Chairman Ben Bernanke on Thursday offered a bleak economic outlook for the near term and signaled the central bank's willingness to continue to cut its target rate.
Bernanke expects a period of sluggish growth, followed by a "somewhat stronger pace of growth starting later this year" as the tax rebates and interest rate cuts begin to impact the economy, the Fed chief told the Senate's Committee on Banking, Housing and Urban Affairs. He noted the Federal Open Market Committee's aggressive rate cuts to battle tight interbank lending market that have resulted in a 225 basis point drop to the federal funds rate since September to its present 3%.
Federal Open Market Committee will be carefully evaluating incoming information bearing on the economic outlook and will act in a timely manner as needed to support growth and to provide adequate insurance against downside risks," Bernanke said.
Bernanke was joined by Treasury Secretary Henry Paulson and
Securities and Exchange Commission
Chairman Christopher Cox in testifying before the committee, chaired by Rep. Christopher Dodd (D., Conn.). Dodd said it was the first time the heads of the Fed, SEC and Treasury Department had appeared together before the committee since the aftermath of the Sept. 11, 2001 terrorist attacks on the Pentagon and World Trade Center.
Bernanke said further cuts in homebuilding and related activities are likely, as is more-expensive and less-available credit straining the economy. Additional subprime writedowns also appear likely in the short term. And while the chairman doesn't expect a "rip-roaring labor market," the Fed will be looking to see if it stabilized at current levels.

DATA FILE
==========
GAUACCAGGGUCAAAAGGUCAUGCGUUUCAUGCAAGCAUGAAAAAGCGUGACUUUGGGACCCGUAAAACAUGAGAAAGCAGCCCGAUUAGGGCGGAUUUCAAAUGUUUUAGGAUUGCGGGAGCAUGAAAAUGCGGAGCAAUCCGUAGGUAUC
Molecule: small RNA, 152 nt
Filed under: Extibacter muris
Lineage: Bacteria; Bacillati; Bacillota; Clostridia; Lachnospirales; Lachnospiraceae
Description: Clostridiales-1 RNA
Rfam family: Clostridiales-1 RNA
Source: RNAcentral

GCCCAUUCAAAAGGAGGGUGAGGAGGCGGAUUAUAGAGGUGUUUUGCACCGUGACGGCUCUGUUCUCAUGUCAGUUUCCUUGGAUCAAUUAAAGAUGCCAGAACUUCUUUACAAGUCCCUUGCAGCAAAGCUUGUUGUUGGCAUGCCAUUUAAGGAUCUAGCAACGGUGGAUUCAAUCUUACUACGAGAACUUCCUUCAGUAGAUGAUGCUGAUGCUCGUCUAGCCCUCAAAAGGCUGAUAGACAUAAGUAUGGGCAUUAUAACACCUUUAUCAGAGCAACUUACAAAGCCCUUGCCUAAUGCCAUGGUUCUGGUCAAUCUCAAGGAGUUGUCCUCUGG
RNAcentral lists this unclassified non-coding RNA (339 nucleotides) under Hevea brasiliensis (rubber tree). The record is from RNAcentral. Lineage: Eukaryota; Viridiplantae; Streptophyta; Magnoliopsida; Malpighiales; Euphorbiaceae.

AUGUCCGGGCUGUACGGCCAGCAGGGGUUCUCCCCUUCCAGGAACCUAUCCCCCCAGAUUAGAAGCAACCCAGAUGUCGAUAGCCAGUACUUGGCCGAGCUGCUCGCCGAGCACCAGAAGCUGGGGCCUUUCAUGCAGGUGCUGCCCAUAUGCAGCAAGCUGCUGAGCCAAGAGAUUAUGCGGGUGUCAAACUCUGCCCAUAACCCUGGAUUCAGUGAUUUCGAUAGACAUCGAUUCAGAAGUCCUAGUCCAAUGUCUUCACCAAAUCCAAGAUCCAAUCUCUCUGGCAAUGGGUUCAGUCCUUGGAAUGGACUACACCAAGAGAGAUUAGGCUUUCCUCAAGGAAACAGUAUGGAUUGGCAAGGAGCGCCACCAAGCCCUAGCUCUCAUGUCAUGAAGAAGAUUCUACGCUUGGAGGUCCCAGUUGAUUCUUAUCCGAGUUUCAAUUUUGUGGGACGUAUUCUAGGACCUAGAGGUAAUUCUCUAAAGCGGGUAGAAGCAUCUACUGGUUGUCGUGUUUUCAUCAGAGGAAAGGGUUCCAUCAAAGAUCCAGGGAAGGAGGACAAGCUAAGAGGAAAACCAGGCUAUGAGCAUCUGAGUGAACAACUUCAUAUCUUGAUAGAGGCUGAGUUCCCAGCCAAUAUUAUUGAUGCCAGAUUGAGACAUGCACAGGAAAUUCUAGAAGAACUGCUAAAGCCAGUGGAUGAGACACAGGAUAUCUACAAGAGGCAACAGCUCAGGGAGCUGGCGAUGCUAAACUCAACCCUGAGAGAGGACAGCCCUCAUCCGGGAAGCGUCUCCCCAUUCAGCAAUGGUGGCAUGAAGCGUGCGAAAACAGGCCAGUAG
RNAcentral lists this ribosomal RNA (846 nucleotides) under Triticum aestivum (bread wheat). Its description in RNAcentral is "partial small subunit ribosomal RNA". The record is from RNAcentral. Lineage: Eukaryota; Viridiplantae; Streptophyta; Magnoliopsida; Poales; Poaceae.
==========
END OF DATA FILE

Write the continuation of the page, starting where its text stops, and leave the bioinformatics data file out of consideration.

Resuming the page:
"It is important to recognize that downside risks to growth remain, including the possibilities that the housing market or the labor market may deteriorate to an extent beyond that currently anticipated, or that credit conditions may tighten substantially further," said Bernanke.
Bernanke pledged to closely monitor economic indicators, specifically focusing on the housing, labor and credit markets, and react promptly to combat downside risks.
In recent weeks, the Federal Open Market Committee has pursued an aggressive interest rates policy. It slashed the federal funds rate 125 basis points in January, after having previously cut interest rates 100 basis points in the last four months of 2007.
President George Bush signed an economic stimulus package on Wednesday, which would give American households substantial tax rebates later this year. Some households can expect rebates as early as May, Paulson said. Rebate checks will continue to be rolled out over the summer, he said.